William B. Davis visits a toontown con
by Chris Morin
It’s been almost exactly 20 years since a strange series called The X-Files first infiltrated the airwaves and almost immediately became a cultural phenomenon. With 202 episodes and a pair of feature films featuring paranoiac stories of government conspiracy, flesh-eating monsters and aliens, the show’s cultural impact was huge.
The show made stars out of David Duchovny (Agent Fox Mulder) and Gillian Anderson (Agent Dana Scully), and also served as a proving ground for writers such as Breaking Bad’s Vince Gilligan and Homeland’s Alex Gansa and Howard Gordon.
And with a third movie sounding more and more likely to happen, The X-Files looks certain to remain relevant for years to come.
“It was a particular show at a particular time, where it spoke to the zeitgeist of the ’90s in a way that no other show did,” says X-Files actor William B. Davis, who’ll be appearing at the first annual Saskatchewan Entertainment Expo in Saskatoon on Sept. 14-15.
Davis, who played the über-mysterious villain Cigarette Smoking Man, says The X-Files was important as it gave people who didn’t fully accept government and mainstream explanations of the world a reflection of their own musings.
“It looked at what was real and what wasn’t real — how do we know what’s real? It examined who we believed and conspiracies and things that were very real and compelling at that time.”
The series has been more or less in a state of stasis for the past five years (the second movie dropped in 2008) but The X-Files is still a refreshing watch. Dana Scully gave the show sex appeal and skepticism about the paranormal, while Fox Mulder was the true believer who also brought the cool.
But it was the villains that gave The X-Files its iconic creepiness — and few were more fiendish than the Smoking Man.
Davis’ Cigarette Smoking Man, named for the ever-present cigarettes he puffed on, served as the chief adversary to Mulder and Scully. But it wasn’t just his smoky spookiness that kept fans glued to the screen. There were plenty of soap-opera-style twists that kept the show salty, including the jaw-dropping moment when the Smoking Man was revealed to be Mulder’s biological father.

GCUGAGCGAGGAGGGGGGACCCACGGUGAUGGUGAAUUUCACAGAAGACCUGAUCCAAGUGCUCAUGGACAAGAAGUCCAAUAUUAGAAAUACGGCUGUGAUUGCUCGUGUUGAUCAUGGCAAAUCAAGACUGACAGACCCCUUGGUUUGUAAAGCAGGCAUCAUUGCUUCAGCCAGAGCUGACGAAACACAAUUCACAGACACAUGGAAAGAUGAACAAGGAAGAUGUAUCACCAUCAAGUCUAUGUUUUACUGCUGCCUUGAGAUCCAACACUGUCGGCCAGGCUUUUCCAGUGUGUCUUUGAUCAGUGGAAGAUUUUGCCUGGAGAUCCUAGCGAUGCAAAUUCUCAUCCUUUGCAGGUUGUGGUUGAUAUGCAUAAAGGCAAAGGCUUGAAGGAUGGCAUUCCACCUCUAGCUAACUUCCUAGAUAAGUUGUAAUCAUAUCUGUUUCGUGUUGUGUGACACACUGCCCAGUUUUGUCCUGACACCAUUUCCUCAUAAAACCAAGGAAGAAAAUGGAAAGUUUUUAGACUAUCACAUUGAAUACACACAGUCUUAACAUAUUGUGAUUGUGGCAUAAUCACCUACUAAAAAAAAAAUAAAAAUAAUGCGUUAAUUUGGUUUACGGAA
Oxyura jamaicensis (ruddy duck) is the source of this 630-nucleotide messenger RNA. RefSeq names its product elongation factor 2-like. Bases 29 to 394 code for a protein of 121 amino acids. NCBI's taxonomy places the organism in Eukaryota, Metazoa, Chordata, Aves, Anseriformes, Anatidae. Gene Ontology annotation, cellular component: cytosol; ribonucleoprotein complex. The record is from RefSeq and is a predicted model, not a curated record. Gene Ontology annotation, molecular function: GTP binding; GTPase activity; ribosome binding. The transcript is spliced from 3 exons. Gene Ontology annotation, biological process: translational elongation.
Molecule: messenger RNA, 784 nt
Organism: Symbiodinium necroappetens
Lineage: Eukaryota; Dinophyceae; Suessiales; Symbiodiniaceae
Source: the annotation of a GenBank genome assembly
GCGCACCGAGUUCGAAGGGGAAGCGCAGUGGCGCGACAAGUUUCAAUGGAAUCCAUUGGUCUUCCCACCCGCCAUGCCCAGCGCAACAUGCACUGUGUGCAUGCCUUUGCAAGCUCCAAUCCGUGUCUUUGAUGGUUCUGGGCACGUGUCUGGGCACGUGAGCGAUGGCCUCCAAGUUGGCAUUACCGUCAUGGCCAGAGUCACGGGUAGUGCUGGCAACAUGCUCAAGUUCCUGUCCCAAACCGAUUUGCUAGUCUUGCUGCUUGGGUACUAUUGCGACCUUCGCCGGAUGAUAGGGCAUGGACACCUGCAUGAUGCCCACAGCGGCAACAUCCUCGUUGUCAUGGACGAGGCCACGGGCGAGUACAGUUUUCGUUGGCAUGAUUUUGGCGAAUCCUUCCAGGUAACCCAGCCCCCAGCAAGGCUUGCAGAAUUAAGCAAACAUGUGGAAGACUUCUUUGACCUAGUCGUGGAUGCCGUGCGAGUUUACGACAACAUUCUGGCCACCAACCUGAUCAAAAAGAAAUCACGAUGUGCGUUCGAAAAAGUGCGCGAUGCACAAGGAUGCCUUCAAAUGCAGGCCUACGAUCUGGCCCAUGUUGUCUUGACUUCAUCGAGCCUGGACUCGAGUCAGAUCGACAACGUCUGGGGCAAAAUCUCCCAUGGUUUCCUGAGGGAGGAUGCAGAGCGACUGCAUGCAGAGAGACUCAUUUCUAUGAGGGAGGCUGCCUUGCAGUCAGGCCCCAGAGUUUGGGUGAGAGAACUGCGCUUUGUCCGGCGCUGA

Davis says it was pure serendipity that he was added to the show.
“The life of an actor is largely accidental. It was an accident that I ended up on X-Files in the way I did — I auditioned for a small role, which ended up becoming a large role. And as more and more roles came my way, the more I identified with that genre.”
After The X-Files ended, Davis continued working in sci-fi, making appearances in shows such as Smallville, Stargate and his current project, Continuum.
“I find it all pretty interesting, with the range of scientific hypothesis, if you will. I love Continuum because it has a very simple hypothesis: what would happen if you could send people back to change the future? It’s a very simple premise, but one from which a whole range of stories and political comments have developed.”
Davis began his career in the 1960s, when he trained as a theatre actor and director — and even though he became famous as a sci-fi icon, he remains connected to the stage.
“I’m currently directing a play that’s taking up a lot of my time,” he says, “and then I don’t have much else on the go until November when Continuum starts up again.”
Interestingly, Davis is no stranger to Saskatoon: he fondly recalls the time he spent working in the province in 2002, when he appeared on a short-lived series called Body & Soul, which was filmed in the city.
“We shot the series there about seven or eight years ago,” he says. “It had to do with alternative medicine. We shot several episodes there, but unfortunately it never got renewed.”
For tickets, schedules or other information, visit www.saskexpo.com.